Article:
Five can’t-miss moments from Day Three as Democrats concluded their impeachment case against Trump

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The prosecution’s final day of arguments in the Trump impeachment trial drew to a close Thursday, with the defense set to take the stand on Friday and Saturday. 

Here are five key moments from the proceeding, where House impeachment managers Reps. Jamie Raskin, D-Md., and Ted Lieu, D-Calif., shared much of the spotlight: 

Democratic impeachment prosecutors use rioters’ words against Trump

House impeachment managers aired clips of rioters who said they were acting at Trump’s request, in an effort to connect the former president’s rhetoric to the violence seen on Jan. 6. 

“We were invited here,” a rioter can be heard yelling in one clip to the police trying to hold the line. “We were invited by the president of the United States.”

In another video, rioters are inside the Capitol and discuss calling Trump personally to let him know what they’ve done. “He’ll be happy,” one Trump supporter says. “We’re fighting for Trump!”

Impeachment managers also drew upon statements rioters made to law enforcement, lawyers and local media that made clear they came to Washington and forced their way into the Capitol because they thought Trump wanted them to. 


“He asked us to be there,” said a Texas woman, Jenna Ryan, in one clip played at the trial. “So I was doing what he asked us to do.”

Lieu quotes Republicans turning on Trump 

Lieu used comments by Republicans and one-time Trump allies in the wake of the attack to prove a link between Trump’s words and the violence. He pointed to former White House chief of staff John Kelly, who said, “What happened on Capitol Hill was a direct result of him poisoning the minds of people with the lies and the fraud.” 

He also quoted former Defense Secretary James Mattis, who said the Capitol riot was “fomented” by Trump. 

“This was echoed by former Trump official after former Trump official,” Lieu said. He noted that 16 Trump officials resigned in the wake of the attack. 

He quoted former House Speaker John Boehner, R-Ohio, who said the rioters were “inspired by lies” made by people in power, “is a disgrace to all who sacrifice to build our republic.” 


He played a montage of GOP governors– Maryland’s Larry Hogan, Ohio’s Mike DeWine and Massachusetts’ Charlie Baker– blaming Trump for goading supporters to use violence to “stop the steal.” 

Impeachment managers say Congress will have ‘no one to blame but ourselves’ if Trump isn’t convicted and incites a repeat attack 

In making a case for convicting Trump and barring him from ever holding office again, Raskin said  it is all but certain that Trump would do nothing differently if given another shot at the White House.

“My dear colleagues, is there any political leader in this room who believes that if he’s ever allowed by the Senate to get back into the Oval Office, Donald Trump would stop inciting violence to get his way?” Raskin asked. “Would you bet the lives of more police officers on that? Would you bet the safety of your family on that? Would you bet the future of your democracy on that?”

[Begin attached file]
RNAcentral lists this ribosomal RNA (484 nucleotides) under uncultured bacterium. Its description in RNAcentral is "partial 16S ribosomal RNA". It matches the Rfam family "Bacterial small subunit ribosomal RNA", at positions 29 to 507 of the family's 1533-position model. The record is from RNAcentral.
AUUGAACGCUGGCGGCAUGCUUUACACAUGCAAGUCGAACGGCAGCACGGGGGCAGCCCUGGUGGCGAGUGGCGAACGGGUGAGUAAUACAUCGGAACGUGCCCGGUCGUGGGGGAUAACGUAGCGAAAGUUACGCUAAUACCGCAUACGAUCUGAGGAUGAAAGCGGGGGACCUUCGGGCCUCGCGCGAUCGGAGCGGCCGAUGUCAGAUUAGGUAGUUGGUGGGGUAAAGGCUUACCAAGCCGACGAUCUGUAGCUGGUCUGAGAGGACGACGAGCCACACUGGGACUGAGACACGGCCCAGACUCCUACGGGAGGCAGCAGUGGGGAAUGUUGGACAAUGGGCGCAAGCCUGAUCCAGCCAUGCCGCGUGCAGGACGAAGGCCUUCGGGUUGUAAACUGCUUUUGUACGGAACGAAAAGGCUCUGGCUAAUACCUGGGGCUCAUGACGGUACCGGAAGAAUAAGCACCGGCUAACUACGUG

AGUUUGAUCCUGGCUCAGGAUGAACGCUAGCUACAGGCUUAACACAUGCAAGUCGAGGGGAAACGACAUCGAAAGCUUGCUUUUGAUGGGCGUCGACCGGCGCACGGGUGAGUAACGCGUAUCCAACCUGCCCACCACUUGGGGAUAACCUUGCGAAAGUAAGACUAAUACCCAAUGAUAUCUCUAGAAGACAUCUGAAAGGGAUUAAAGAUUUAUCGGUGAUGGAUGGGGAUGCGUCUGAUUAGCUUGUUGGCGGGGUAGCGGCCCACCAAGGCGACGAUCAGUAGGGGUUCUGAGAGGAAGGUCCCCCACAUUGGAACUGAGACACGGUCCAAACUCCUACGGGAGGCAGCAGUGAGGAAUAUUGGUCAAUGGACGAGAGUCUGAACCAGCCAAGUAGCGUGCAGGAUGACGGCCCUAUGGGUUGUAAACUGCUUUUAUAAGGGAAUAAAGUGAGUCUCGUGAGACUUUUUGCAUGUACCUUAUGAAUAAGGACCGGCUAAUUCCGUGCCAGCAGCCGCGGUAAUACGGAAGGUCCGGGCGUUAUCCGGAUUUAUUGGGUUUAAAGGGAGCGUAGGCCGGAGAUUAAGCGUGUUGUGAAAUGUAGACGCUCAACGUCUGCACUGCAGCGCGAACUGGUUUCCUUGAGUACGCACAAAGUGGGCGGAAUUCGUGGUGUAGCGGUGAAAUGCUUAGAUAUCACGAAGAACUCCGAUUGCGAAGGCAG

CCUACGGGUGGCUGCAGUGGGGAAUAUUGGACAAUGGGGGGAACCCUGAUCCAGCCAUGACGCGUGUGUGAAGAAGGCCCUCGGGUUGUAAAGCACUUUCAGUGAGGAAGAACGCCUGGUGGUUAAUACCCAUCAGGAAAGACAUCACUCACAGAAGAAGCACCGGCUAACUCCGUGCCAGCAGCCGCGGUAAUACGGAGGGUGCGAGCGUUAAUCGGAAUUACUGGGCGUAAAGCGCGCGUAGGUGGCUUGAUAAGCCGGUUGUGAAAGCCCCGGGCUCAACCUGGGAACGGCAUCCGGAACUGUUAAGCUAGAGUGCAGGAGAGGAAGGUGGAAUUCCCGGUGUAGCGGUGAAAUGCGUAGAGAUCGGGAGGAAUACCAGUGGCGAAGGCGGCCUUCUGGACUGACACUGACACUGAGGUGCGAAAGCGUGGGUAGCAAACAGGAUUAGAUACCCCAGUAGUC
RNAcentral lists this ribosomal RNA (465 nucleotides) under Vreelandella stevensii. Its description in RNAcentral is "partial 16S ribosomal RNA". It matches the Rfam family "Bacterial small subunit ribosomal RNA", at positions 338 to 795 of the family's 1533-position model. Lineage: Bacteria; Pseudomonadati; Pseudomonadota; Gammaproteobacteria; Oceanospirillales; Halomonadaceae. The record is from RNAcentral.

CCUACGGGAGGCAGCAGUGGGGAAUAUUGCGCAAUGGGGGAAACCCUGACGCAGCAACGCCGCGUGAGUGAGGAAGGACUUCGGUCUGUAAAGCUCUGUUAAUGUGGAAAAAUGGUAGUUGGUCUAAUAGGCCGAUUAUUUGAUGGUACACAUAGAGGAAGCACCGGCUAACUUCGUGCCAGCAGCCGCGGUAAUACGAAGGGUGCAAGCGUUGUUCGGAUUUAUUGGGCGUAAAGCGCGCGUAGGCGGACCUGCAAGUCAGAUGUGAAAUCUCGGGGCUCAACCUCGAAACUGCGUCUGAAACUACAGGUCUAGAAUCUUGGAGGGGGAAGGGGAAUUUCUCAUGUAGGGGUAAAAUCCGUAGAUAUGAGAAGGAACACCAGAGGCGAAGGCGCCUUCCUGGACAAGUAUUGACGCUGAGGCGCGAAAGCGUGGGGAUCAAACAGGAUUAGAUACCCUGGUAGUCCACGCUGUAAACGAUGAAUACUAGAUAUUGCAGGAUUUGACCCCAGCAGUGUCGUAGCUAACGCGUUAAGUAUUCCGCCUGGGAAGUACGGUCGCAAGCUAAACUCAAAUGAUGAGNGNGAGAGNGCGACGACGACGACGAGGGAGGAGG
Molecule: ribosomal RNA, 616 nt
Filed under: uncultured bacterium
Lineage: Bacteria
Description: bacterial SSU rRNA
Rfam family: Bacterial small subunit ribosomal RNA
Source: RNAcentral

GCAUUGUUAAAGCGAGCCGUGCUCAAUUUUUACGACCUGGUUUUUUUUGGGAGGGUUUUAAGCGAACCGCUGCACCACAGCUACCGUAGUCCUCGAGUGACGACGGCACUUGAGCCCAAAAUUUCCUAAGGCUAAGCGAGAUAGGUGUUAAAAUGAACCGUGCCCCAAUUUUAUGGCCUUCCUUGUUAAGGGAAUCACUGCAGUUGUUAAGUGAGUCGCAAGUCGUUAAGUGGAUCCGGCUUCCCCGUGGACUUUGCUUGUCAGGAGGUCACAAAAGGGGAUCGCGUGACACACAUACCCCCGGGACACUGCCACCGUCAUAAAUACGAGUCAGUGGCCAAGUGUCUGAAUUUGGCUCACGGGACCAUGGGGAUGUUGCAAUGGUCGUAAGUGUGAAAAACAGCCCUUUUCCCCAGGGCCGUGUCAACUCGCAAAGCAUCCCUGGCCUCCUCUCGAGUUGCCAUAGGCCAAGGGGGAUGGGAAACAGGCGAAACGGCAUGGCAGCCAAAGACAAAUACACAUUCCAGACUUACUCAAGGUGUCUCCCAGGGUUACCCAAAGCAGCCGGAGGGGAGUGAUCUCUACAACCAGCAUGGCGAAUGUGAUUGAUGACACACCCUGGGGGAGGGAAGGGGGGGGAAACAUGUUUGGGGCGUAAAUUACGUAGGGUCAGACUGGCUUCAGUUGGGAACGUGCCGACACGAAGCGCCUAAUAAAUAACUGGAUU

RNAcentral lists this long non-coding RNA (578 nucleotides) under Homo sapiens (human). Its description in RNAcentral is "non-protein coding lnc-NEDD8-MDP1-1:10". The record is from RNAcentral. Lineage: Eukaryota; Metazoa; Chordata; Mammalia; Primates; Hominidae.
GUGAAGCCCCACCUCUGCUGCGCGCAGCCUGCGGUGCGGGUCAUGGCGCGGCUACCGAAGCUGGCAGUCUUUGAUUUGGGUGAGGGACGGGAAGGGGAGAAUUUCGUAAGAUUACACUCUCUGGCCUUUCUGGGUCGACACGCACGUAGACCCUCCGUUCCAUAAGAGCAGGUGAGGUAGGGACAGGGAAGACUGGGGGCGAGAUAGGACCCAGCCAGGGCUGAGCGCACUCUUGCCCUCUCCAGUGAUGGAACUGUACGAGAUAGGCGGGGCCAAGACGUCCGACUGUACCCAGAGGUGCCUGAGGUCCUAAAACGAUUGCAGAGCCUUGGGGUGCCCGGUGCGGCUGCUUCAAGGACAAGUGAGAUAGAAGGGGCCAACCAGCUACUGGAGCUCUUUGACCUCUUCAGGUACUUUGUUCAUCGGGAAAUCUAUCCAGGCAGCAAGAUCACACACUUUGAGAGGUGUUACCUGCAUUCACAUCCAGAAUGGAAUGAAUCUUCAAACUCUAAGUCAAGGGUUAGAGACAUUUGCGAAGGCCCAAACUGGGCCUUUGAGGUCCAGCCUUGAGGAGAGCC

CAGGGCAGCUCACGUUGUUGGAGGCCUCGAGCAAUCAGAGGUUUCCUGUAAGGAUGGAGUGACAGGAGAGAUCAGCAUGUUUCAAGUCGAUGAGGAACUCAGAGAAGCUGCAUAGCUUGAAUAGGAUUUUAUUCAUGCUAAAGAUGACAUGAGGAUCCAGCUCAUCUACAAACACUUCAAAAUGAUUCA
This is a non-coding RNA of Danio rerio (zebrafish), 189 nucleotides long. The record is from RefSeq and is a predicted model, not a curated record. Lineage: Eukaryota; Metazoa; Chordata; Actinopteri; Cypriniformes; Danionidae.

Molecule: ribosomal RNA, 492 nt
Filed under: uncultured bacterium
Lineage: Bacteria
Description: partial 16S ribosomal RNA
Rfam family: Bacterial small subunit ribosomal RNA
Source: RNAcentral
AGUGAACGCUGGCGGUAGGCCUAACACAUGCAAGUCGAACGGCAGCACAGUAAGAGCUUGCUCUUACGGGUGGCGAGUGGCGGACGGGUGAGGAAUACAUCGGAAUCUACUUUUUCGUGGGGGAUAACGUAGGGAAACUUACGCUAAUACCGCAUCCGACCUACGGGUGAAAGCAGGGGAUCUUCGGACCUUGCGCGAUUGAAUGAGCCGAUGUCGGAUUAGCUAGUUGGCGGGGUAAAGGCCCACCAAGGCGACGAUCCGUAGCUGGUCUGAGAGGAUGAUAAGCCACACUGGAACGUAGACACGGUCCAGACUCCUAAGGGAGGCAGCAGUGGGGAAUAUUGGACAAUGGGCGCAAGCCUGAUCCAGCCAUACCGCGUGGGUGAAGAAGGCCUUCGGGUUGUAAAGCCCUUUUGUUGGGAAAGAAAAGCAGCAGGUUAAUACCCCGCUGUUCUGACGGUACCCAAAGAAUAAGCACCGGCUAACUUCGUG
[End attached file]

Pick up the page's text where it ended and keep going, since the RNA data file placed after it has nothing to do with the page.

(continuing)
“So he gets back into office and it happens again, we’ll have no one to blame but ourselves,” Raskin concluded.

Lieu says Trump ‘intended’ for Capitol riot to happen 

Lieu argued that Trump’s words following the breach of the Capitol made clear he showed “no remorse” for what took place. 


Lieu said some have argued Trump made a mistake, but “We know President Trump didn’t make a mistake, because you see, when you or I make a mistake, and something very bad happens, we would show remorse. We would accept responsibility.

“He intended what happened on Jan 6,” Lieu said. “How do we know that? he told us.”

He showed video of Trump on Jan 12 saying that everybody in his circle “thought it was totally appropriate,” a reference to his speech that day.

“I’m a former prosecutor, and we’re trained to recognize lack of remorse,” Lieu said. “But it doesn’t take a prosecutor to understand that President Trump was not showing remorse. He was showing defiance.”

Raskin reveals questions he would’ve asked Trump if he testified 

Trump declined a request from House impeachment managers to testify at his own trial, but Raskin revealed the questions he would’ve asked the former president if he’d been there.

“Why did President Trump not tell his supporters to stop the attack on the Capitol as soon as he learned of it? Why did President Trump do nothing to stop the attack for at least two hours after the attack began? As our constitutional commander-in-chief, why did he do nothing to send help to our overwhelmed and besieged law enforcement officers for at least two hours … after the attack began? On January 6, why did President Trump not at any point that day condemn the violent insurrection and the insurrectionists?”


After asking those questions, Raskin posed one legal question to Trump’s attorneys. 

“If a president did invite a violent insurrection against our government–as of course we allege and think we’ve proven in this case–but just in general, if a president incited a violent insurrection against our government, would that be a high crime and misdemeanor?” he asked. “Can we all agree at least on that?”

Fox News’ Marisa Schultz contributed to this report. 

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